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Mannes, Marya (1904–1990)

Mannes, Marya (1904–1990)

American writer and social commentator . Name variations: Marya Mannes Blow; (pseudonym) Sec. Born Maria von Heimburg Mannes on November 14, 1904, in New York City; died on September 13, 1990, in San Francisco, California; daughter of David Mannes (a violinist and co-founder of the Mannes College of Music) and Clara Damrosch Mannes (1869–1948, a pianist and co-founder of the Mannes College of Music); married Jo Mielziner (a theatrical designer), in 1926 (divorced 1931); married Richard Blow (an artist), in 1937 (divorced 1943); married Christopher Clarkson, in 1948 (divorced 1966); children: (second marriage) David Jeremy Blow.

Selected writings: (novel)

Message from a Stranger (1948); (essays) More in Anger (1958); (poetry) Subverse (1959); (essays) The New York I Know (1961); But Will It Sell? (1964); (novel) They (1968); (autobiography) Out of My Time (1971); Last Rights (1974).

Marya Mannes achieved renown in the 1940s and 1950s as a writer on a variety of political and cultural matters, but may be best remembered for her incisive portrait of the postwar American psyche. She was born in New York City in 1904, to parents who were both accomplished musicians. Clara Damrosch Mannes was a pianist, and David Mannes was a violinist; they frequently performed together, and, in 1916, would found the Mannes College of Music. Marya Mannes studied Latin, French, and drama at Miss Veltin's School for Girls and accompanied her parents on their trips to Europe. She spent a year abroad at the age of 18 and upon returning to New York began to audition for the stage, before realizing that she was probably too tall (nearly six feet) to achieve success.

She began writing reviews and articles in the 1920s that appeared in Theater Arts, International Studio, and Harper's, and was married to the Broadway scenic designer Jo Mielziner from 1926 to 1931. In 1933, she was hired as features editor at Vogue magazine, a job she quit a few years later when she moved to Florence, Italy, to live with her second husband, artist Richard Blow. During World War II, Mannes worked for the U.S. government in the Office of Strategic Service, the forerunner of the Central Intelligence Agency, and also wrote a series of articles about Spain and Portugal, both of which had supposedly neutral status in the conflict but exhibited clear pro-Fascist sympathies. The articles were published in The New Yorker, which also sent her to Jerusalem in 1946, to cover the flood of Jewish refugees from the Holocaust.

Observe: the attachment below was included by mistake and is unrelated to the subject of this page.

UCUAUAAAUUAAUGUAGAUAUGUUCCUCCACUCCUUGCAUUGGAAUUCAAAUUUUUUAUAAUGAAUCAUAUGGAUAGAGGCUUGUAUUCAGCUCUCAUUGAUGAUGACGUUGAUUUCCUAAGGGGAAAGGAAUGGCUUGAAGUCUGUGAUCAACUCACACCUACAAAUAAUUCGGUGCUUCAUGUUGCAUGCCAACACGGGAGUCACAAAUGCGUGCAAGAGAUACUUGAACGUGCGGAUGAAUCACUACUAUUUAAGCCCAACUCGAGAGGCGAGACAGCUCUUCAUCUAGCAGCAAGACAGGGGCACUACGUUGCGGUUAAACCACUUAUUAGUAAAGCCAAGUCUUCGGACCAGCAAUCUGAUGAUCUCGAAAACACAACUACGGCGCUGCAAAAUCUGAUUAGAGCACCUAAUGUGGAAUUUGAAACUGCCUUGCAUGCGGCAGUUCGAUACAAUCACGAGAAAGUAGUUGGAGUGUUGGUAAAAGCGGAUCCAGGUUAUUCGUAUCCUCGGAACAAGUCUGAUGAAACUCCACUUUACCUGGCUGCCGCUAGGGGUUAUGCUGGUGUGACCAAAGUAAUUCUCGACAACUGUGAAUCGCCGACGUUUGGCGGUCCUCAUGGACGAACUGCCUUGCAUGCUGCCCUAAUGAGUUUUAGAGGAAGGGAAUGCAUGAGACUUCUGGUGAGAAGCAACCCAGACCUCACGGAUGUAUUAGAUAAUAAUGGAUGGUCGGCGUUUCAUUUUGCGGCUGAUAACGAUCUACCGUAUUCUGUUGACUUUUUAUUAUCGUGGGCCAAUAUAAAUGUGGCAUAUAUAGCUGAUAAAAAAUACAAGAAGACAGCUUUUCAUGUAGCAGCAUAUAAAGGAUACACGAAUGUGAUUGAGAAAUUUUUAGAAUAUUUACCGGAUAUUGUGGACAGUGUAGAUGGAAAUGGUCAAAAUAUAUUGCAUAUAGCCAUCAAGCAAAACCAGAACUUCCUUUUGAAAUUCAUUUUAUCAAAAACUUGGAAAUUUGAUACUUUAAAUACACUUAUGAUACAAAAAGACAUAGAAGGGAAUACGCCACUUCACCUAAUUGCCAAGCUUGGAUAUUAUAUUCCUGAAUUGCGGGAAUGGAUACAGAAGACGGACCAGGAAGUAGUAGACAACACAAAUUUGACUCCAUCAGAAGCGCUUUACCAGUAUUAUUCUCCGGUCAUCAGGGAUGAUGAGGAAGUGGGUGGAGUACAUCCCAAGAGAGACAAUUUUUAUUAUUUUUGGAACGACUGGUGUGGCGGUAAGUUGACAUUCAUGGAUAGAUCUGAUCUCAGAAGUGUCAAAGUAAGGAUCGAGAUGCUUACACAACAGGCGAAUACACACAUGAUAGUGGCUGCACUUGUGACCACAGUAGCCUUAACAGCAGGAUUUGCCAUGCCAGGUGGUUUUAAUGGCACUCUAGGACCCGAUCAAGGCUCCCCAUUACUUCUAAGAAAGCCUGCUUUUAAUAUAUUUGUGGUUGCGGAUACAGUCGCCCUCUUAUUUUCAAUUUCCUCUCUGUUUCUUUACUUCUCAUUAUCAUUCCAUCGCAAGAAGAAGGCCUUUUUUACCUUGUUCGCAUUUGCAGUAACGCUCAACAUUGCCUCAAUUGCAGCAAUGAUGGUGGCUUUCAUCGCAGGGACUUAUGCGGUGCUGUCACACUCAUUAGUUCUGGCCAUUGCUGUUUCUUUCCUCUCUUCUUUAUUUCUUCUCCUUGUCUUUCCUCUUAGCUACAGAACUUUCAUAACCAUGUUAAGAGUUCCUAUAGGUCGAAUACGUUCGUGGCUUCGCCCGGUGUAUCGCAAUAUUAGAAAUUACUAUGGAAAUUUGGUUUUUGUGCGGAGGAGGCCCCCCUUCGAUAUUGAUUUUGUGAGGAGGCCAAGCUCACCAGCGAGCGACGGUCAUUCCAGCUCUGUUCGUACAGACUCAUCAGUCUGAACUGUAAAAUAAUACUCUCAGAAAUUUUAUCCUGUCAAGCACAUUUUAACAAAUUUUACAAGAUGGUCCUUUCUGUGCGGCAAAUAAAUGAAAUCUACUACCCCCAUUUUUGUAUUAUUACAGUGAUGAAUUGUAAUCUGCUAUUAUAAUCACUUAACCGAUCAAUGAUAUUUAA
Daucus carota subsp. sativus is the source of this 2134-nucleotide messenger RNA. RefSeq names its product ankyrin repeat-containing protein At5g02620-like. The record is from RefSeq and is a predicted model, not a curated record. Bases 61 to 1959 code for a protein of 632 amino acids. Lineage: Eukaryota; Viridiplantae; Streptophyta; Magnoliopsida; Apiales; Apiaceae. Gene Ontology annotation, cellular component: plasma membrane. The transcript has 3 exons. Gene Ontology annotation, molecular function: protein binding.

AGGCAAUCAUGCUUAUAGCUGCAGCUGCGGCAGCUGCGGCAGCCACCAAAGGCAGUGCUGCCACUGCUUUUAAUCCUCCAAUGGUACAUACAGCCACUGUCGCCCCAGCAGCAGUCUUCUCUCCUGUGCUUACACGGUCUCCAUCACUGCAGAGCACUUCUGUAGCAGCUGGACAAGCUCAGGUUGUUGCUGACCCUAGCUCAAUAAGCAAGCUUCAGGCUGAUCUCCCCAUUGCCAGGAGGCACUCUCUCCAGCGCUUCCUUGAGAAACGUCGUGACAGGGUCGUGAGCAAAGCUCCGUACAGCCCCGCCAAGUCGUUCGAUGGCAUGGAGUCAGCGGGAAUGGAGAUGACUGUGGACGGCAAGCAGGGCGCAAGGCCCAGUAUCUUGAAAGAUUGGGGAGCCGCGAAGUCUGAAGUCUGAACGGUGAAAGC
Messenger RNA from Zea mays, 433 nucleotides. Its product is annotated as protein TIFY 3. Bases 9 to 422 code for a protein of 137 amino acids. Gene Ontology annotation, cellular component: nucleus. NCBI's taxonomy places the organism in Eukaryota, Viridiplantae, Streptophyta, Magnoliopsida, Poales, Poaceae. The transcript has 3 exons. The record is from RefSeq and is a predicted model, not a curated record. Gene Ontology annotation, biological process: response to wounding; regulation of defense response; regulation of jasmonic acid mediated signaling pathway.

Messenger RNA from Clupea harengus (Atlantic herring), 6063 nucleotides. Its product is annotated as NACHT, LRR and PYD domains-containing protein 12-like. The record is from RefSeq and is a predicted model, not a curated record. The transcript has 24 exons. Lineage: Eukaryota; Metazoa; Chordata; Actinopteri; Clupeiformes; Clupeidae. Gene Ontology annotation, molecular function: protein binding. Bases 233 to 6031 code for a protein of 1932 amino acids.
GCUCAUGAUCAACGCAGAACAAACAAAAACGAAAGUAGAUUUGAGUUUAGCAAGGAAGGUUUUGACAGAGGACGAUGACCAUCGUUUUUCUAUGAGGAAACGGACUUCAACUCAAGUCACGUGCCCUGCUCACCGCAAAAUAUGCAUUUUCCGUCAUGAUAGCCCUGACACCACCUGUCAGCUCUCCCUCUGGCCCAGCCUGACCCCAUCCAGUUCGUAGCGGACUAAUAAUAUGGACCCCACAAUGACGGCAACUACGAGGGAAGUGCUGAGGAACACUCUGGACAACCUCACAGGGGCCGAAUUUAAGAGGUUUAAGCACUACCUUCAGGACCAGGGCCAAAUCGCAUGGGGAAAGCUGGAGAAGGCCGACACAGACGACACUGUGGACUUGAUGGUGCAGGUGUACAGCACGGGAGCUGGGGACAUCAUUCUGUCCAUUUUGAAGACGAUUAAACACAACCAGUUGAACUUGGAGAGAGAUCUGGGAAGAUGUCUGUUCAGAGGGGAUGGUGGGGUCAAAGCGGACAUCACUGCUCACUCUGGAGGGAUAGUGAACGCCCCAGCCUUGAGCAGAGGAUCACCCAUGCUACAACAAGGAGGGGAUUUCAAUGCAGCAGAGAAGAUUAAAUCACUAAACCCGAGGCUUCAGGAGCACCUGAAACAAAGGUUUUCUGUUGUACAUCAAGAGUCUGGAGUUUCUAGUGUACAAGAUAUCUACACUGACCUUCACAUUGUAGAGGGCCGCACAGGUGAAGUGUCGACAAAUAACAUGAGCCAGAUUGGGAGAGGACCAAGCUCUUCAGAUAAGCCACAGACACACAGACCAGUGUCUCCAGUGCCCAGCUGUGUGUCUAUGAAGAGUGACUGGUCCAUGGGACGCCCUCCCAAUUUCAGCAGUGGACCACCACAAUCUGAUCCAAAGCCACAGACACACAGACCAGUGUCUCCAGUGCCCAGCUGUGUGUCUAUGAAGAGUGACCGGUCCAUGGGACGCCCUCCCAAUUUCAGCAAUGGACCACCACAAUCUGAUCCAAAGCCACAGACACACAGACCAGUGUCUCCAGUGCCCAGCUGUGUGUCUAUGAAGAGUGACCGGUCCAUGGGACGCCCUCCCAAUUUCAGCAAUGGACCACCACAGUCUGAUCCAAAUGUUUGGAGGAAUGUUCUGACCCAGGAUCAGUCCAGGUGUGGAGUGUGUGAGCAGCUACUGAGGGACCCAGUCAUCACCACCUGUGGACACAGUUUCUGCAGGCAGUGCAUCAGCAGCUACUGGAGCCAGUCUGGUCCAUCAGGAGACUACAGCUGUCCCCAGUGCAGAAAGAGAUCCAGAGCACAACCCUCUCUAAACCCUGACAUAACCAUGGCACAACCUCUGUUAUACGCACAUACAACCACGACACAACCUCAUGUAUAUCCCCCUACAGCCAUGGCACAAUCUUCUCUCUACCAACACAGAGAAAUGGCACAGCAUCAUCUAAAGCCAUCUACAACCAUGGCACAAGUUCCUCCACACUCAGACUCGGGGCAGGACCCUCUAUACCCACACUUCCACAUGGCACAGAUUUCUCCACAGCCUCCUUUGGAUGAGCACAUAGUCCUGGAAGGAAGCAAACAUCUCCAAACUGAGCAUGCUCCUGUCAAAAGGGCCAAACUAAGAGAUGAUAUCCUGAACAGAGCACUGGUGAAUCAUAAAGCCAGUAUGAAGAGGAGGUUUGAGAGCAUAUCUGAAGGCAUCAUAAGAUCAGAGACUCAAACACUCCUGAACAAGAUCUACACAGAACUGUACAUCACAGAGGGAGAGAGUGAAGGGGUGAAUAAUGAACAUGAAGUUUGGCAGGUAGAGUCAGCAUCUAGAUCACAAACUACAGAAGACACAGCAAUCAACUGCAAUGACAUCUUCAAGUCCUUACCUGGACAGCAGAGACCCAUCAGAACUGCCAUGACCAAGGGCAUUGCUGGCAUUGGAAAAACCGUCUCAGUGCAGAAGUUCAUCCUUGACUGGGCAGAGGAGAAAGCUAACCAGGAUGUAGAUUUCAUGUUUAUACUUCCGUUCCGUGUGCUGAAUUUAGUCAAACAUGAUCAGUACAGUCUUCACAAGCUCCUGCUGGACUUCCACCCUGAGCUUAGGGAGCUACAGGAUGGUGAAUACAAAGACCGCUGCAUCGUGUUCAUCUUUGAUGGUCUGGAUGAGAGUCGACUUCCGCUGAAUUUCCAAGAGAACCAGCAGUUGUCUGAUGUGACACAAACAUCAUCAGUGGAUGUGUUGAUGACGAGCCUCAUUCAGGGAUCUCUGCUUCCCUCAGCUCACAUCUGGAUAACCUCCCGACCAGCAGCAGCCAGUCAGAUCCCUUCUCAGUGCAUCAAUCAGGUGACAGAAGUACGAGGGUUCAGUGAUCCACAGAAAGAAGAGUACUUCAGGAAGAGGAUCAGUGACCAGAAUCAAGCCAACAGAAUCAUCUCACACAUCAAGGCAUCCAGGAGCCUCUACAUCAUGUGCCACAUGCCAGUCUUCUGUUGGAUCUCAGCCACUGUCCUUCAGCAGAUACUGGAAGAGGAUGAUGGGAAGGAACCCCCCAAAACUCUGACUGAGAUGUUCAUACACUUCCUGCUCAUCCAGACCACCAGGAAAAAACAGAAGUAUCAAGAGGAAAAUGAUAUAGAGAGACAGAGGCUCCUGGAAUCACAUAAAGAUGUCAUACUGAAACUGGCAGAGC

Mannes then returned to America and the women's magazine field, and was associated with Glamour for several years. Her first book, Message from a Stranger, was published in 1948. The novel centers around a poet who, after dying, gets a chance to return to earth and learn what her friends really thought of her. In 1952, she began to write pieces for The Reporter under the pen name "Sec." The word is French for "dry," and the erudite Mannes may have thought it an appropriate byline for her articles. Many of these evolved into her 1958 collection of essays, More in Anger. She once stated that she wrote to "communicate clearly and honestly what I see and what I believe about the world I live in"; the book's views on modern life in America, and her not-always-complimentary takes on American culture and mores, attracted no small amount of indignant attention.

Mannes won the George Polk Memorial Award for magazine criticism in 1958 and the following year published a collection of satirical poetry. Subverse was described as "alarmingly funny" by one critic, who went on to note that "[a] gay and diverting subject is introduced … and starts on its merry way and in the second stanza the reader is hit in the stomach." In addition to writing, Mannes worked as a television and radio commentator throughout the 1960s and 1970s, beginning with a stint as host of the television program "I Speak for Myself" in 1959. She freelanced after 1963 and wrote columns for both McCall's and The New York Times. Her autobiography, Out of My Time, appeared in 1971. After suffering a series of strokes, Marya Mannes died in San Francisco on September 13, 1990.

sources:

Contemporary Authors, Vol. 132. Detroit, MI: Gale Research, 1991.

Current Biography. NY: H.W. Wilson, 1959.

Foremost Women in Communications. New York, NY: Foremost Americans Publishing, 1970.

McHenry, Robert, ed. Famous American Women. NY: Dover, 1980.

——. Liberty's Women. Springfield, MA: G.&C. Merriam, 1980.

Carol Brennan , Grosse Pointe, Michigan

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